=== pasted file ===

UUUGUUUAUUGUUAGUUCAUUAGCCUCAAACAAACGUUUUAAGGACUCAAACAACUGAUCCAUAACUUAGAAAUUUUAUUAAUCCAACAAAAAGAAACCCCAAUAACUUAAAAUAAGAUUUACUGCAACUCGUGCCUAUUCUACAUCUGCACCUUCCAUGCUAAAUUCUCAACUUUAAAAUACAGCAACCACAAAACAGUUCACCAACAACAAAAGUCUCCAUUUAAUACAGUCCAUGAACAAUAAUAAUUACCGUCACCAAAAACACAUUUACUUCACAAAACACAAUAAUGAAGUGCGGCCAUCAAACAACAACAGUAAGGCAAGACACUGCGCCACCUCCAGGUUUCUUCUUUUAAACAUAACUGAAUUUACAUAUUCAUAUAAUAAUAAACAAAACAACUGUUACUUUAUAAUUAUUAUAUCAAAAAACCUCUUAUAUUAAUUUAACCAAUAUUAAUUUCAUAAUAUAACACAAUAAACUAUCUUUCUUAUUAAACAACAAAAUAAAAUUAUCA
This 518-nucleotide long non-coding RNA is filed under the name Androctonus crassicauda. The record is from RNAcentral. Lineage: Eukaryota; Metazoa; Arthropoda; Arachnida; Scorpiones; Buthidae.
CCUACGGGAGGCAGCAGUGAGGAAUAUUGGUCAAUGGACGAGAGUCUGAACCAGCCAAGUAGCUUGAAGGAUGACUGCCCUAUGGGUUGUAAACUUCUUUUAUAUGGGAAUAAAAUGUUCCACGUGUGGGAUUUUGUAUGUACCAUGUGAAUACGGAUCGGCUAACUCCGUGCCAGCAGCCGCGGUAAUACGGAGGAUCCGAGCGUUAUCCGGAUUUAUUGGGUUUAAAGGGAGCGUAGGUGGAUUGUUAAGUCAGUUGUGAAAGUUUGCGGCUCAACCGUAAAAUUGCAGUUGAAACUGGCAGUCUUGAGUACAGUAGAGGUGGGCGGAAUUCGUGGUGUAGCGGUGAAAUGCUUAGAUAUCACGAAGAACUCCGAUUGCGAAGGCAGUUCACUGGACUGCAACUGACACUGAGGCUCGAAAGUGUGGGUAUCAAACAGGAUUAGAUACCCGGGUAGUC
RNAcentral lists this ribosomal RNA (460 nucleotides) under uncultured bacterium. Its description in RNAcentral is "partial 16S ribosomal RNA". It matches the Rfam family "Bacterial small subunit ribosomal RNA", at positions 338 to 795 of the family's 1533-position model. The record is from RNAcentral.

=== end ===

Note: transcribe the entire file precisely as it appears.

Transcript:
UUUGUUUAUUGUUAGUUCAUUAGCCUCAAACAAACGUUUUAAGGACUCAAACAACUGAUCCAUAACUUAGAAAUUUUAUUAAUCCAACAAAAAGAAACCCCAAUAACUUAAAAUAAGAUUUACUGCAACUCGUGCCUAUUCUACAUCUGCACCUUCCAUGCUAAAUUCUCAACUUUAAAAUACAGCAACCACAAAACAGUUCACCAACAACAAAAGUCUCCAUUUAAUACAGUCCAUGAACAAUAAUAAUUACCGUCACCAAAAACACAUUUACUUCACAAAACACAAUAAUGAAGUGCGGCCAUCAAACAACAACAGUAAGGCAAGACACUGCGCCACCUCCAGGUUUCUUCUUUUAAACAUAACUGAAUUUACAUAUUCAUAUAAUAAUAAACAAAACAACUGUUACUUUAUAAUUAUUAUAUCAAAAAACCUCUUAUAUUAAUUUAACCAAUAUUAAUUUCAUAAUAUAACACAAUAAACUAUCUUUCUUAUUAAACAACAAAAUAAAAUUAUCA
This 518-nucleotide long non-coding RNA is filed under the name Androctonus crassicauda. The record is from RNAcentral. Lineage: Eukaryota; Metazoa; Arthropoda; Arachnida; Scorpiones; Buthidae.
CCUACGGGAGGCAGCAGUGAGGAAUAUUGGUCAAUGGACGAGAGUCUGAACCAGCCAAGUAGCUUGAAGGAUGACUGCCCUAUGGGUUGUAAACUUCUUUUAUAUGGGAAUAAAAUGUUCCACGUGUGGGAUUUUGUAUGUACCAUGUGAAUACGGAUCGGCUAACUCCGUGCCAGCAGCCGCGGUAAUACGGAGGAUCCGAGCGUUAUCCGGAUUUAUUGGGUUUAAAGGGAGCGUAGGUGGAUUGUUAAGUCAGUUGUGAAAGUUUGCGGCUCAACCGUAAAAUUGCAGUUGAAACUGGCAGUCUUGAGUACAGUAGAGGUGGGCGGAAUUCGUGGUGUAGCGGUGAAAUGCUUAGAUAUCACGAAGAACUCCGAUUGCGAAGGCAGUUCACUGGACUGCAACUGACACUGAGGCUCGAAAGUGUGGGUAUCAAACAGGAUUAGAUACCCGGGUAGUC
RNAcentral lists this ribosomal RNA (460 nucleotides) under uncultured bacterium. Its description in RNAcentral is "partial 16S ribosomal RNA". It matches the Rfam family "Bacterial small subunit ribosomal RNA", at positions 338 to 795 of the family's 1533-position model. The record is from RNAcentral.